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Peggy Fletcher Stack
Peggy Fletcher Stack has been producing stories for The Salt Lake Tribune's award-winning Faith section for nearly two decades. Writing about contemporary faith, rituals, and spirituality as well as religion's conflicts and cohesion has always been Stack's passion. Follow her at facebook.com/peggy.fletcherstack, Twitter @religiongal

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Is homosexual behavior a sin? Americans are split

Americans are equally divided on the question of whether homosexual behavior is a sin – about 44 percent say yes, 43 percent say no.

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Thirteen percent are unsure.

Not surprisingly, born-again, evangelical or fundamentalist Christians are much more likely – 82 percent, in fact – to see homosexual behavior as a sin, while only 14 percent say it is not a sin.

That's according to a just-released online survey of 2,144 adults by LifeWay Research, a Christian research group.

Respondents were selected from a sample of an online panel representing the adult U.S. population of the United States. The survey has a margin of error of 2.2 percentage points.

The survey also offered additional insights.

More men (47 percent) than women (40 percent) view homosexual behavior as a sin. Those without a college degree are also more likely to view it as a sin (49 percent), compared with 35 percent with an advanced degree.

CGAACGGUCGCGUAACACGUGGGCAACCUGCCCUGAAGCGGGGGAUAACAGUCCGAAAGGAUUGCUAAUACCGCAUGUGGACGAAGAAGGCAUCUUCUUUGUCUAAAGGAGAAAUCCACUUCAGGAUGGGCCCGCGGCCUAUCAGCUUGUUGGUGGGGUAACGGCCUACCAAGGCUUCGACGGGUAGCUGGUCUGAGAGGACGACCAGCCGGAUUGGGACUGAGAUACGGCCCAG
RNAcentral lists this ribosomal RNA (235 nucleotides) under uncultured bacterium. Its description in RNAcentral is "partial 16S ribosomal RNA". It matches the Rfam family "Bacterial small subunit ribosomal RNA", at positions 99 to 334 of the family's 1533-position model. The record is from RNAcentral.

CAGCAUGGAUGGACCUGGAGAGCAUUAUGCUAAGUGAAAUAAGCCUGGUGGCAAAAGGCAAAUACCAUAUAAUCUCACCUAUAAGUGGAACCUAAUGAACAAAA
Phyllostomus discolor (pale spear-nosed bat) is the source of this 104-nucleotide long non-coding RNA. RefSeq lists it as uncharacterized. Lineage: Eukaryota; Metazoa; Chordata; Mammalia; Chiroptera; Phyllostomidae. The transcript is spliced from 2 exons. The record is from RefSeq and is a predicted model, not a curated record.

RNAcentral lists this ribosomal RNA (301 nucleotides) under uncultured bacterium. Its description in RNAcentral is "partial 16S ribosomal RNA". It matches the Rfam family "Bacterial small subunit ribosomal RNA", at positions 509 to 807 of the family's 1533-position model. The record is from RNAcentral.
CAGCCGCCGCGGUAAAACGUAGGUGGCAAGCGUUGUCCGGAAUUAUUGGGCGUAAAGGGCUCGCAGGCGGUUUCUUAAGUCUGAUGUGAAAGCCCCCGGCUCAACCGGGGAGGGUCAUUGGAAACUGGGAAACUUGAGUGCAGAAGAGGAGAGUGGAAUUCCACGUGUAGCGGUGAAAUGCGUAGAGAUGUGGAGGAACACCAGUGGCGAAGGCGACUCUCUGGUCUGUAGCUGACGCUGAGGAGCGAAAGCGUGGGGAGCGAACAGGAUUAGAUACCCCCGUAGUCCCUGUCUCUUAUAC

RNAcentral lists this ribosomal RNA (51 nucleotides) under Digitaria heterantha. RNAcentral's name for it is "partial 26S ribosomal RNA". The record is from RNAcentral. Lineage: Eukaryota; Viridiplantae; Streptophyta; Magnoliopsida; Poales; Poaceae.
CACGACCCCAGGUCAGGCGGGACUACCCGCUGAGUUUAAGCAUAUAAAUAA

LifeWay researchers note that in any such survey the language of questions is crucial.

"People's definition of 'sin' may differ based upon their religious background and beliefs," Scott McConnell, director of LifeWay Research, said in a news release. "We intentionally used the word, but also know it means different things to different people."

In 2011, Gallup's annual "Values and Beliefs" poll approached the question of homosexuality asking if it was "morally acceptable," McConnell said. "While we find 44 percent believe homosexuality is a 'sin,' Gallup reports 56 percent of Americans consider gay and lesbian relations morally acceptable."

The survey also looked at the impact of beliefs about homosexuality on church attendance. The biggest effect would be on those who do not consider homosexual behavior as sinful. Some 74 percent of them would hesitate to join or visit a church that taught it was.

Younger Americans – those between age 18 and 29 – were also more inclined to take a negative view of churches teaching against homosexuality. Like many of their peers, these young folks are less likely to join one.

Peggy Fletcher Stack

Copyright 2014 The Salt Lake Tribune. All rights reserved. This material may not be published, broadcast, rewritten or redistributed.

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